NEXUS INTERDISCIPLINARY HISTORY
The HISTORY chapters in NEXUS are written in an engaging narrative style so that they read like exciting literature and/or embroidered with colorful anecdotes that capture students attention and help the information to stick. These interdisciplinary chapters stimulate students to find the nexus (connections) between history, literature, art, and music, connections that reinforce and broaden students' understanding of all subjects while exercising their thinking skills. The example below from the Antigone volume of NEXUS illustrates the lively, engaging, and anecdotally rich Nexus style. Click on the large NEXUS covers below for more samples. History lesson plans and cross-curricular history activities are included in the NEXUS GUIDELINES, which are free with class-set orders of NEXUS books.
Nexus ANTIGONE AND THE GREEK WORLD sample:
NEXUS EXCERPT: THE HISTORY OF 5TH CENTURY GREECE
"When the Persian Forces arrived in Greece in 480 B.C., the Spartans voted to fight -- but not until the Olympic games were over. In Greece, wars were postponed during the games. But the Persians weren't about to wait. So Sparta sent a detachment of 300 infantrymen to stop Xerxes' million-man army at the mountain pass of Thermopylae in central Greece. The Spartan contingent was led by King Leonidas, who was said to be a descendent of Herakles (Hercules). The main army would join Leonidas after the games. 5000 allied troops from other city-states also skipped the Olympics to back up the Spartan force.
Thermopylae was a narrow pass between the Aegean Sea and the cliffs that rise sharply above the shoreline in the district of Locris. The narrowness of the passage and the long spears of the Greeks gave them the advantage in hand-to-hand combat. Also, Greek shields were cast in bronze. Persian shields were made of wicker. Though they were outnumbered almost 200 to one, the Greeks held the pass, slaying thousands of Persians. Only a handful of Spartans fell before Persian spears.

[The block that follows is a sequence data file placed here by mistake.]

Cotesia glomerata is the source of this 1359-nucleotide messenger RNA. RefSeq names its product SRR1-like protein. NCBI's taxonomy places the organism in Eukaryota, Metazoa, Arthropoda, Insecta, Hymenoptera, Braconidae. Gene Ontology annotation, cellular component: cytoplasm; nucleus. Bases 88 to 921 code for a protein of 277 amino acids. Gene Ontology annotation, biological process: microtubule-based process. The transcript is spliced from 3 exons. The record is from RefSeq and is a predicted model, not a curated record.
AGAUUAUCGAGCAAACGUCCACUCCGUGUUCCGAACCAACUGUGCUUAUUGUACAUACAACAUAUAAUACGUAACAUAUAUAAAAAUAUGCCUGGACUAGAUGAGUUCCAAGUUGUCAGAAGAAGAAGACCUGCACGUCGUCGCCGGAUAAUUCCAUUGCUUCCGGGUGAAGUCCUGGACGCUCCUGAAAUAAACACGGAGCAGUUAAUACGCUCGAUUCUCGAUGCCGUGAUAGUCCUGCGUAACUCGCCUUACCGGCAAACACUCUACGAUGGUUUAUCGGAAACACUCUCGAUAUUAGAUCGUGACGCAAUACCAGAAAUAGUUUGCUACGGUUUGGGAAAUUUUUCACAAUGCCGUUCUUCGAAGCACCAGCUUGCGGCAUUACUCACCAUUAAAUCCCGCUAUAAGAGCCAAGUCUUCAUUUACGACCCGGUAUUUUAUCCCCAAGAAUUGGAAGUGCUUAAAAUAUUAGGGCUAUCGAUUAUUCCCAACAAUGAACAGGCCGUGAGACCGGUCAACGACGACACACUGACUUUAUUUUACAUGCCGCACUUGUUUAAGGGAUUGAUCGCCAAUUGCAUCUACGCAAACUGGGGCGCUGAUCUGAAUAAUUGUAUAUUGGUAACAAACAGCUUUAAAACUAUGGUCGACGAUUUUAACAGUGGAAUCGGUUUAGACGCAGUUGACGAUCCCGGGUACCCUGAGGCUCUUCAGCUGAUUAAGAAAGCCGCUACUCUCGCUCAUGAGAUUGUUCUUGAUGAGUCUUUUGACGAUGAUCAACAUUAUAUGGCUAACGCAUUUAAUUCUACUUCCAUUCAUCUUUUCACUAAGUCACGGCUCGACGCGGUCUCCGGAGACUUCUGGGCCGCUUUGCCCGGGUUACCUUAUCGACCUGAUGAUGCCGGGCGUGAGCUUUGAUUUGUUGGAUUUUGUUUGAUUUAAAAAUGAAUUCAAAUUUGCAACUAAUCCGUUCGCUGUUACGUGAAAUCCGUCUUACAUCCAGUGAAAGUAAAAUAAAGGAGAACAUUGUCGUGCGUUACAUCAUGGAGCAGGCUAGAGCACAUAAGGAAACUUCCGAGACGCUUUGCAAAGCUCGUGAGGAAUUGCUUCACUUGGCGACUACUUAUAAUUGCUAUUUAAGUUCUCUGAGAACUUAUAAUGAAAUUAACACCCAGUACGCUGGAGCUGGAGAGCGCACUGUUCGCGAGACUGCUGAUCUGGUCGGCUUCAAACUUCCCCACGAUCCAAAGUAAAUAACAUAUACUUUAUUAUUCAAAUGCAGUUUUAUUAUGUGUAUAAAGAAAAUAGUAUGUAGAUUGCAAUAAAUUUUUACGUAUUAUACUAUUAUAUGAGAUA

For two days the Greeks held off the million-man army. It's reported that as Xerxes viewed the battle, he leaped three times from his throne, fearing for his troops' survival. Even his illustrious "Immortals" fell before the seemingly invincible Spartans.
But at the end of the second day fortune smiled on the Persian king. A Greek traitor named Ephialtes found his way into the Persian camp and told Xerxes of an alternate passage through the mountains. All night a Persian cohort marched along the narrow path with the intent of surrounding the Spartans the next day.
Reports that the Persians had found the alternate pass reached the Greeks. Also, the army's prophet foretold their doom in the entrails of sacrificed animals. At dawn the Greeks held a council to decide if they should fight or flee from certain death. Most of the city-states decided to go home. Buy Leonidas and the Spartans chose to remain, as did the soldiers from Thespia and Thebes. (The Spartans forced the Thebans to stay to prevent them from siding with the enemy.)
A Delphic oracle had foretold that either a Spartan king or all of Sparta would fall before the Persians.
Oh! ye men who dwell in the streets of broad Lacedaemon [Sparta]
Leonidas went to Thermopylae to die for Sparta. Before leaving Laconia, he made sure his 300 soldiers were all fathers with living sons. On the last day of their their lives..."
AFTER reading the narrative of the Battle of Thermopylae and the subsequent naval engagement at Salamis, this NEXUS chapter explores the birth of the Delian League and Athenian deomocracy, as well as Athenian and Spartan politics and policies that led to the devastasting Peloponnesian War, with supporting quotes from Thucydides, Solon, and Herodotus. The NEXUS SUPPLEMENT "ATHEN'S HUBRIS - THE TURNING POINT OF THE WAR" explores the final phase of the Peloponnesian War.
Extensivie history lesson plans and interdisciplinary activities are included in the NEXUS GUIDELINES that accompany class-set orders.
To view sample pages from Romeo and Juliet & the Renaissance, Macbeth & the Dark Ages, The Harlem Renaissance, and Antigone & the Greek World CLICK on the large NEXUS covers below.